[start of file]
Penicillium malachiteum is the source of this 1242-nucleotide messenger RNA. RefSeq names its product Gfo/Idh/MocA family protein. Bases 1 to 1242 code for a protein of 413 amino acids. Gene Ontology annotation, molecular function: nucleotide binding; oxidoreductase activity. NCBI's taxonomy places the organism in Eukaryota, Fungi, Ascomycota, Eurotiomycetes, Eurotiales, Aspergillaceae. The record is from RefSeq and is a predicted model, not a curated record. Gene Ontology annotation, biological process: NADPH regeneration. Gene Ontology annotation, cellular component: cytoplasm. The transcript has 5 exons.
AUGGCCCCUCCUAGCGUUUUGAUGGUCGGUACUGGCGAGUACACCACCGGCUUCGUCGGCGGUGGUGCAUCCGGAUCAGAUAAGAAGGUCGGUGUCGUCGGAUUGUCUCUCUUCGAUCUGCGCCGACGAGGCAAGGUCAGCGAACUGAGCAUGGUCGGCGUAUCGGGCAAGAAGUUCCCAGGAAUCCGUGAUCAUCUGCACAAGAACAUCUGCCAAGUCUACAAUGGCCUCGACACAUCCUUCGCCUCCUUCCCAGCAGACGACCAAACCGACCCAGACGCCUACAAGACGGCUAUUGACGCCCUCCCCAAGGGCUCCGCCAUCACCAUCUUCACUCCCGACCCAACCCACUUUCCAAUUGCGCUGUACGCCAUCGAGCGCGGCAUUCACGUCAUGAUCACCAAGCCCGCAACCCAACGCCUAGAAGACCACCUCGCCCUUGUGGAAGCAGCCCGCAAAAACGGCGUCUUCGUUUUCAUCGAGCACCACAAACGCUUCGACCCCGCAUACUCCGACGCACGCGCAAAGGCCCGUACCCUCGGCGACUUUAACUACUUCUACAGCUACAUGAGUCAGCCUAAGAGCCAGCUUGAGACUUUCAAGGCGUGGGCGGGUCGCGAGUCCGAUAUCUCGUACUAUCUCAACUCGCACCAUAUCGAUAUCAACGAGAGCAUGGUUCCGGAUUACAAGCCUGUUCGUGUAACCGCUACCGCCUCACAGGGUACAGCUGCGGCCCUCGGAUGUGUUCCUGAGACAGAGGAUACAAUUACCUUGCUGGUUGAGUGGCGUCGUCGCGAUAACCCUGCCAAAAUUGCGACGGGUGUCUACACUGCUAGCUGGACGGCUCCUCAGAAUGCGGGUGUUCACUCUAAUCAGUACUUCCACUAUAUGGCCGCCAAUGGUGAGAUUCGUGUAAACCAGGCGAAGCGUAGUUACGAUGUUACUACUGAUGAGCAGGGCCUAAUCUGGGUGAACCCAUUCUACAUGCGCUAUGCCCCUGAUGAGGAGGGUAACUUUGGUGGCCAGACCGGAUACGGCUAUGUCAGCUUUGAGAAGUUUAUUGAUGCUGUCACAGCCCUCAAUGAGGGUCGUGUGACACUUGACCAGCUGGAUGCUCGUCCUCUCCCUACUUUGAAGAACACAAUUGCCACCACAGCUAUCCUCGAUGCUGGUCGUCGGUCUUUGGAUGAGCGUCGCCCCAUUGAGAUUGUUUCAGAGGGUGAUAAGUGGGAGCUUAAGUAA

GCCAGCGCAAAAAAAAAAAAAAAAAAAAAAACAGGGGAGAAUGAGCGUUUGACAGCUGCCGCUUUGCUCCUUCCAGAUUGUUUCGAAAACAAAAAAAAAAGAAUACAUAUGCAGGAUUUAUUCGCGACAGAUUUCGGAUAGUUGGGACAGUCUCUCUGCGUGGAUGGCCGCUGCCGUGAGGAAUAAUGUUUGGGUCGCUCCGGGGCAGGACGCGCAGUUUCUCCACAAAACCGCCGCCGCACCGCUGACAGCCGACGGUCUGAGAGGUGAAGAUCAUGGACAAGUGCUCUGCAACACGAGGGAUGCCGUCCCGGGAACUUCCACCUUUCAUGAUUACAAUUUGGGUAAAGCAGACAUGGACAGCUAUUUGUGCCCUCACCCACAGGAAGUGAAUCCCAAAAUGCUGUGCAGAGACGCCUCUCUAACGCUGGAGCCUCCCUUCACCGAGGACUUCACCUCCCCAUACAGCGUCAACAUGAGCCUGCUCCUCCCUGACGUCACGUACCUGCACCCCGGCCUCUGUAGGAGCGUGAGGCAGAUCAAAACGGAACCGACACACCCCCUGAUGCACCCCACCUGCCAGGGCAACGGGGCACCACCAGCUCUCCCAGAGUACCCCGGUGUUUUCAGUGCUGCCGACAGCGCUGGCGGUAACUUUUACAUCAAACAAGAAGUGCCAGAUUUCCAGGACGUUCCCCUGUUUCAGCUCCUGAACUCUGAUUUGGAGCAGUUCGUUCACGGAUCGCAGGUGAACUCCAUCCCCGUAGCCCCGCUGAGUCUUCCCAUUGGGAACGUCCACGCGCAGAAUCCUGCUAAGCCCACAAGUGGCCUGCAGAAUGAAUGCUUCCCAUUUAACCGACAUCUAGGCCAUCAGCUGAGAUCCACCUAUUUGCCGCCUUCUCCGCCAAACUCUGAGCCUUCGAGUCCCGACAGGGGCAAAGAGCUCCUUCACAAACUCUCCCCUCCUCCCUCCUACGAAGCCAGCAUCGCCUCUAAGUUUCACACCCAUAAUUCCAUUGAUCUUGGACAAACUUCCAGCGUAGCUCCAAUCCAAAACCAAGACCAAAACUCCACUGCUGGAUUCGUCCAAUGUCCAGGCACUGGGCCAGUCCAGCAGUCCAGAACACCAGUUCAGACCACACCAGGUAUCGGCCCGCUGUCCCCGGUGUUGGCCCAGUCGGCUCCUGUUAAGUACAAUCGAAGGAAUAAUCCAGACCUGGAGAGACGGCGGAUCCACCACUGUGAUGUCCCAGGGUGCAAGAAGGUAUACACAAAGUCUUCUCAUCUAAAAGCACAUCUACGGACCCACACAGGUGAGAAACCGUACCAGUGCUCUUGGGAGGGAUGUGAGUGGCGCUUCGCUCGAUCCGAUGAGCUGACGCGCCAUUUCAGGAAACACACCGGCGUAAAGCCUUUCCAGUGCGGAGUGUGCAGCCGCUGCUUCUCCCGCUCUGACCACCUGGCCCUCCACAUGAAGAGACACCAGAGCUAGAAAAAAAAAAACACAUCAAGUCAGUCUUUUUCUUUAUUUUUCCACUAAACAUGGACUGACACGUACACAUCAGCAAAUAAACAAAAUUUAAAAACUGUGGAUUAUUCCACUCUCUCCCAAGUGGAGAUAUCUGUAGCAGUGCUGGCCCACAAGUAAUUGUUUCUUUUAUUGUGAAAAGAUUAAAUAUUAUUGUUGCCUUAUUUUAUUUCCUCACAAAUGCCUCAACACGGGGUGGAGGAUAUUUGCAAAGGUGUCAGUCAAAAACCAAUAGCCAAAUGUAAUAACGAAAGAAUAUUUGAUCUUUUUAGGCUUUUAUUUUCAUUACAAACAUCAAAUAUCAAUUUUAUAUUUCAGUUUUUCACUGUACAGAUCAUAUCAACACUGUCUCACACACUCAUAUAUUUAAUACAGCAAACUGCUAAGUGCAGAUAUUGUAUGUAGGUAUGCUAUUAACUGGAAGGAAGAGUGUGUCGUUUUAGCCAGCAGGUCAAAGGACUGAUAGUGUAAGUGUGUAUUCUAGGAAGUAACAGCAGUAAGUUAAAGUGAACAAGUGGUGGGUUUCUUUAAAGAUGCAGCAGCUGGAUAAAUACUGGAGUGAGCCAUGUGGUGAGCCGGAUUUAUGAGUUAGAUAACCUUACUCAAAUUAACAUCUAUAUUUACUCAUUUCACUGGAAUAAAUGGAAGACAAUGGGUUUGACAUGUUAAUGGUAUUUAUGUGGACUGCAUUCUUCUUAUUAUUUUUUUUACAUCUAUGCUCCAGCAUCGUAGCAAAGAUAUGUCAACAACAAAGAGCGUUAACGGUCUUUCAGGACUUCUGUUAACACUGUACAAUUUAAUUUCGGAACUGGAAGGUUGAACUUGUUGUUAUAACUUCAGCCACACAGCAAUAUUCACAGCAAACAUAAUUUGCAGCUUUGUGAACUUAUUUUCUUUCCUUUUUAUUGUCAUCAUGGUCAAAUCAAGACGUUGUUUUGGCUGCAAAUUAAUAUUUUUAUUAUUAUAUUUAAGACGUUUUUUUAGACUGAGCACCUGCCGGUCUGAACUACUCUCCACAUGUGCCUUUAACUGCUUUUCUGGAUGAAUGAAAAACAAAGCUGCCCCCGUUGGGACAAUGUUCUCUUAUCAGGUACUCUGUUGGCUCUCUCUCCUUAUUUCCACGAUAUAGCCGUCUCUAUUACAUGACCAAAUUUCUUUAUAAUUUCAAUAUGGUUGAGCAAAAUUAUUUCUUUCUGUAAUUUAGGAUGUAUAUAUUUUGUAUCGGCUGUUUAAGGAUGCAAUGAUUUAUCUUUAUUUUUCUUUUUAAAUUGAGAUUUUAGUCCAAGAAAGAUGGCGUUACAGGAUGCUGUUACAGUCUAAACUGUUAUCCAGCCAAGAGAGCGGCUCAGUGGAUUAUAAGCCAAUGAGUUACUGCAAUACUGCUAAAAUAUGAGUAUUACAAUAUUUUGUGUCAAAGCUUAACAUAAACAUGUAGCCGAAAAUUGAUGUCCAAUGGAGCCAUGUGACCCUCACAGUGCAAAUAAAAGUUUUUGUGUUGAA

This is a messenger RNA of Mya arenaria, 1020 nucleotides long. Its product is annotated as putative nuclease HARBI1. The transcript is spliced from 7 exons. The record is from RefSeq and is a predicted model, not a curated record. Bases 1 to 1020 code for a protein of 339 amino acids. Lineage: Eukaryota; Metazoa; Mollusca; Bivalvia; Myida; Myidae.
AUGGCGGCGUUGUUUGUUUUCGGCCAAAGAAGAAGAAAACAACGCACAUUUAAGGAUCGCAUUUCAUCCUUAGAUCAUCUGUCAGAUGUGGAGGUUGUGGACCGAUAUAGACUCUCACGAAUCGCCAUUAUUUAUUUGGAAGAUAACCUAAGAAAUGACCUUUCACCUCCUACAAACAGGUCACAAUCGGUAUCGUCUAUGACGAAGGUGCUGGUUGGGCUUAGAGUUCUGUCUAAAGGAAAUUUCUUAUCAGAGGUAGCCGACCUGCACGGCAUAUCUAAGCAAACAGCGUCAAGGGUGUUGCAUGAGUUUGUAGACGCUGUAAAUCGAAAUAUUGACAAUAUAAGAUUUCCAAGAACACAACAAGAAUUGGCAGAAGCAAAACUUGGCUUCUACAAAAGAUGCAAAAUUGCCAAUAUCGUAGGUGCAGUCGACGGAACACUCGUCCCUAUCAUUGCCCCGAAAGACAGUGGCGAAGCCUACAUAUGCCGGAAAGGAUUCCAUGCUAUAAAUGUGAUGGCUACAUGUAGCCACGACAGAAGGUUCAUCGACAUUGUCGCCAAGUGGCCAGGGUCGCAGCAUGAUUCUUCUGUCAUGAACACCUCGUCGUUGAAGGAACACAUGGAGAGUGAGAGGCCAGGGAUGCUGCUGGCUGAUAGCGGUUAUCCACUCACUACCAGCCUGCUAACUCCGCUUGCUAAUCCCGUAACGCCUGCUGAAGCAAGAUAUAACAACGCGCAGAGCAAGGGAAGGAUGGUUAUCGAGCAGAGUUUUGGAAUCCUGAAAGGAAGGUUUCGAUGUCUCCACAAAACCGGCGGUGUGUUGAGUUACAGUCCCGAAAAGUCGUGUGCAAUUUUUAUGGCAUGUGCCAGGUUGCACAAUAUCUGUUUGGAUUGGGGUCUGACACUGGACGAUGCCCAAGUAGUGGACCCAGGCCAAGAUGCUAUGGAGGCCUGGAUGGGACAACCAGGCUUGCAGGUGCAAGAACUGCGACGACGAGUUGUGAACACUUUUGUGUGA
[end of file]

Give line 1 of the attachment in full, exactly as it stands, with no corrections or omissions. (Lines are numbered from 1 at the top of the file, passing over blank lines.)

Penicillium malachiteum is the source of this 1242-nucleotide messenger RNA. RefSeq names its product Gfo/Idh/MocA family protein. Bases 1 to 1242 code for a protein of 413 amino acids. Gene Ontology annotation, molecular function: nucleotide binding; oxidoreductase activity. NCBI's taxonomy places the organism in Eukaryota, Fungi, Ascomycota, Eurotiomycetes, Eurotiales, Aspergillaceae. The record is from RefSeq and is a predicted model, not a curated record. Gene Ontology annotation, biological process: NADPH regeneration. Gene Ontology annotation, cellular component: cytoplasm. The transcript has 5 exons.